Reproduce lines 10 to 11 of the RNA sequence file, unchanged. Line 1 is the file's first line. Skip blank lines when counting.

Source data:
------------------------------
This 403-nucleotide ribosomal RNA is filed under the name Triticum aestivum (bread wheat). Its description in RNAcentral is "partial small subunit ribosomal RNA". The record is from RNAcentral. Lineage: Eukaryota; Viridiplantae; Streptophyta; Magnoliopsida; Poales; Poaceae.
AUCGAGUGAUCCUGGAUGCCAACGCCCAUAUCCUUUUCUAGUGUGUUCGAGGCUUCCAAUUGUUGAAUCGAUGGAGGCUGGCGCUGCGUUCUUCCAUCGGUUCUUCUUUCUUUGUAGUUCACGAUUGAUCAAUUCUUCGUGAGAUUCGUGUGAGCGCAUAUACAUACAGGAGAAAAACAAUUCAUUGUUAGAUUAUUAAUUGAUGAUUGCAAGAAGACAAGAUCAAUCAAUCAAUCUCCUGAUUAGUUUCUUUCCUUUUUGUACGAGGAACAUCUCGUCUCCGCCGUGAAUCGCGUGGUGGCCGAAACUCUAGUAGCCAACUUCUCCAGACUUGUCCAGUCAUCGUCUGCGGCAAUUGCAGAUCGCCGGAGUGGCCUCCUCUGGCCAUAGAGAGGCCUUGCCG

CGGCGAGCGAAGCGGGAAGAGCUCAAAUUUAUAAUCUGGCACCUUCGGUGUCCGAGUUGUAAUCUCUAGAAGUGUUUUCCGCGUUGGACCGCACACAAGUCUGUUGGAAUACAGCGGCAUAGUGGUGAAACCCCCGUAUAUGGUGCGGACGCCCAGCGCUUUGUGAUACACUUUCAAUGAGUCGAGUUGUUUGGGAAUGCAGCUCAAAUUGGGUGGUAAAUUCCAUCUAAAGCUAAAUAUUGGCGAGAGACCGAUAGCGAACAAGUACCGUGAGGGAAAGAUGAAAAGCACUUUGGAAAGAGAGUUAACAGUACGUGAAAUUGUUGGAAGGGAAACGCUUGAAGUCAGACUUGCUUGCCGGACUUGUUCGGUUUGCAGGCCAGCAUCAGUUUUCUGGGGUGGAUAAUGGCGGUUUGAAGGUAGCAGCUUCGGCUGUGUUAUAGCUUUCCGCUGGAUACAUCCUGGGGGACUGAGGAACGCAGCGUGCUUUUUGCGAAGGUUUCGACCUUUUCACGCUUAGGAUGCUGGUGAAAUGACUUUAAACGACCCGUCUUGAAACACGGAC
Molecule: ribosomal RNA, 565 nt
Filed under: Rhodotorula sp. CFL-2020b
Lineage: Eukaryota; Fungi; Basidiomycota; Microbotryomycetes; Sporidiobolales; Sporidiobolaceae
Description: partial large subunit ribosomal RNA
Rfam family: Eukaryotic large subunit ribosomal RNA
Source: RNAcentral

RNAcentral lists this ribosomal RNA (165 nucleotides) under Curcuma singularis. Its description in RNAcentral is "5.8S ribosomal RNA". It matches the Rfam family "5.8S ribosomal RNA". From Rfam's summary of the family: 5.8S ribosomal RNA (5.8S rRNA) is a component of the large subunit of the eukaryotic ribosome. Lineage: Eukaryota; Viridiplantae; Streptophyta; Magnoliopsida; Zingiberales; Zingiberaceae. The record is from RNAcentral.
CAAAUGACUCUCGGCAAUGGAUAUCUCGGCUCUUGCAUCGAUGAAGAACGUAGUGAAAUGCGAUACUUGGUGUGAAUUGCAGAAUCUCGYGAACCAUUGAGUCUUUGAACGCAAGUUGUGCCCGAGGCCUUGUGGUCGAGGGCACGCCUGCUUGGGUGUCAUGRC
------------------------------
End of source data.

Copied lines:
RNAcentral lists this ribosomal RNA (165 nucleotides) under Curcuma singularis. Its description in RNAcentral is "5.8S ribosomal RNA". It matches the Rfam family "5.8S ribosomal RNA". From Rfam's summary of the family: 5.8S ribosomal RNA (5.8S rRNA) is a component of the large subunit of the eukaryotic ribosome. Lineage: Eukaryota; Viridiplantae; Streptophyta; Magnoliopsida; Zingiberales; Zingiberaceae. The record is from RNAcentral.
CAAAUGACUCUCGGCAAUGGAUAUCUCGGCUCUUGCAUCGAUGAAGAACGUAGUGAAAUGCGAUACUUGGUGUGAAUUGCAGAAUCUCGYGAACCAUUGAGUCUUUGAACGCAAGUUGUGCCCGAGGCCUUGUGGUCGAGGGCACGCCUGCUUGGGUGUCAUGRC